Recently the Board of Control for Cricket in India (BCCI) decided that its curators would be checked for proficiency. It wanted to make sure that the people who play such a big role in international matches are well equipped. Surprisingly more than half of the curators of the associations failed to clear the examination. And what measures does BCCI take? Let them prepare pitches just the same. What was the point of the examination if the result didn’t matter?
The result reflects in the scores of the Ranji Trophy. In the second round match between Maharashtra and Uttar Pradesh played last week at Pune’s Sahara stadium, 1433 runs were scored in four days and only 13 wickets fell at an average of 110 runs per wicket!
In the first round 15 centuries and two double centuries were scored. However in the second round 29 centuries, three double centuries and two triple centuries were scored.
In the second round 12,232 runs were scored and 252 wickets fell at an average of 48.53 runs per wicket. In two important groups in round two, the average per wicket in group ‘A’ is 55.63 and 61.32 per wicket in group ‘B’.
Must we celebrate that the Indian batting standard had upgraded overnight? Don’t easy pitches make runs look meaningless numbers? These figures tell us the story of Indian cricket.
Some curators who failed in the examination defended themselves by saying that bowlers didn’t know how to take wickets! They had the audacity to say it despite the fact that most of the international bowlers played in round two.
Runs have kept piling up despite BCCI having a dozen experienced curators in the committee who attend to most of the venues. The medium pacers were jubilant when it was announced that the staging associations have been specifically instructed to leave four mm grass on the pitch. After round two, they realised the hollowness of the promise.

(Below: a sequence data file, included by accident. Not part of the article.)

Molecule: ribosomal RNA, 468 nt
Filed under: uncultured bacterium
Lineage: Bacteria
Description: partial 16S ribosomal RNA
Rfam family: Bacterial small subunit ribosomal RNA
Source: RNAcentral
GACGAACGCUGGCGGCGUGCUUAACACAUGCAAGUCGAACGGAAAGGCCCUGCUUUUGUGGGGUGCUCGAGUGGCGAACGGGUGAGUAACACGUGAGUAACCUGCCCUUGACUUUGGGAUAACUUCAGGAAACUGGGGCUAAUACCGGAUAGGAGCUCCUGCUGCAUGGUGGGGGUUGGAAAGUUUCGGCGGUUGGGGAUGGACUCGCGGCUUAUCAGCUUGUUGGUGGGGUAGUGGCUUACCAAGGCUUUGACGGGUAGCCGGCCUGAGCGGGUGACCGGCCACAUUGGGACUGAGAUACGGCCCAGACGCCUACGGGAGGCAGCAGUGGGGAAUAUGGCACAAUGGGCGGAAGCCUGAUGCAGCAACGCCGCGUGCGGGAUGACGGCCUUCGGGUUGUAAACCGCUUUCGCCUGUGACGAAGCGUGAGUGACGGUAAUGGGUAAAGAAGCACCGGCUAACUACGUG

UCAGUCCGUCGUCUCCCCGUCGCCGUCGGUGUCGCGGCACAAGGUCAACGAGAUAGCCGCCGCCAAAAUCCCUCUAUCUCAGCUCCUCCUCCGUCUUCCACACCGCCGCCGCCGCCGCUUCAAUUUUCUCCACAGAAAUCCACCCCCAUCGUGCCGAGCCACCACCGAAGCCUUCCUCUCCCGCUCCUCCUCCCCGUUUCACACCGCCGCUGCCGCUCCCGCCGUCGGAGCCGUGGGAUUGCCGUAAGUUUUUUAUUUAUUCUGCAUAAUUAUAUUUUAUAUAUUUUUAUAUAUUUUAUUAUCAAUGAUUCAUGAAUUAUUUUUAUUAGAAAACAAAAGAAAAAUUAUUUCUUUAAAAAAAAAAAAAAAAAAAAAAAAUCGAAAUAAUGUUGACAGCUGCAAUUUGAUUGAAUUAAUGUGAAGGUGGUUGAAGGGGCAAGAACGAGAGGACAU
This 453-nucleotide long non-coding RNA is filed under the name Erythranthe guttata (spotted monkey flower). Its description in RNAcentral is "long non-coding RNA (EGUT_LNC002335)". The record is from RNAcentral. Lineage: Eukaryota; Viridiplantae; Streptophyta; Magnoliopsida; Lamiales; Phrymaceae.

Three problems can be indentified. One is that BCCI curators reach the venue two days prior to the match and there is nothing that they can do other than listen patiently to the pitch preparation process adopted by the local curator.
The second problem is that members in the committee are appointed in the last week of September after the AGM and again nothing can be done to change the nature of the pitch. It’s only in April and May when pitches are re-laid can some measures be taken to change the nature of the pitches.
And the third problem is that a majority of curators work on a thumb rule and don’t have a necessary degree in agriculture science to grasp and implement the process. The curators who are agriculture science graduates know the soil and grass management and they are the ones who make better pitches.
But even amidst useless records there is one unbeaten double century that needs to be applauded. The responsible knock of Karnataka’s Ganesh Satish played under tremendous pressure against Tamil Nadu was one of its kind. His batsmanship is based on simple principles of using the depth of the crease. Having watched him since he was 14, I have never seen him defying those principles even in the shorter formats. He is a player worth investing in for the longer format of the game.
The chuckers are back. They get reported, their respective associations get them cleared and they are reported again. It’s time Srinivas Venkatraghavan, who is the Director of Umpires, puts an end to such meaningless issues. Such bowlers should be banned from bowling.
The domestic scene is vibrant with batsmen like Ganesh Satish, Kedar Jadhav, Jiwanjot Singh and Manpreet Juneja. They certainly possess talent but they need to be tested in tough conditions.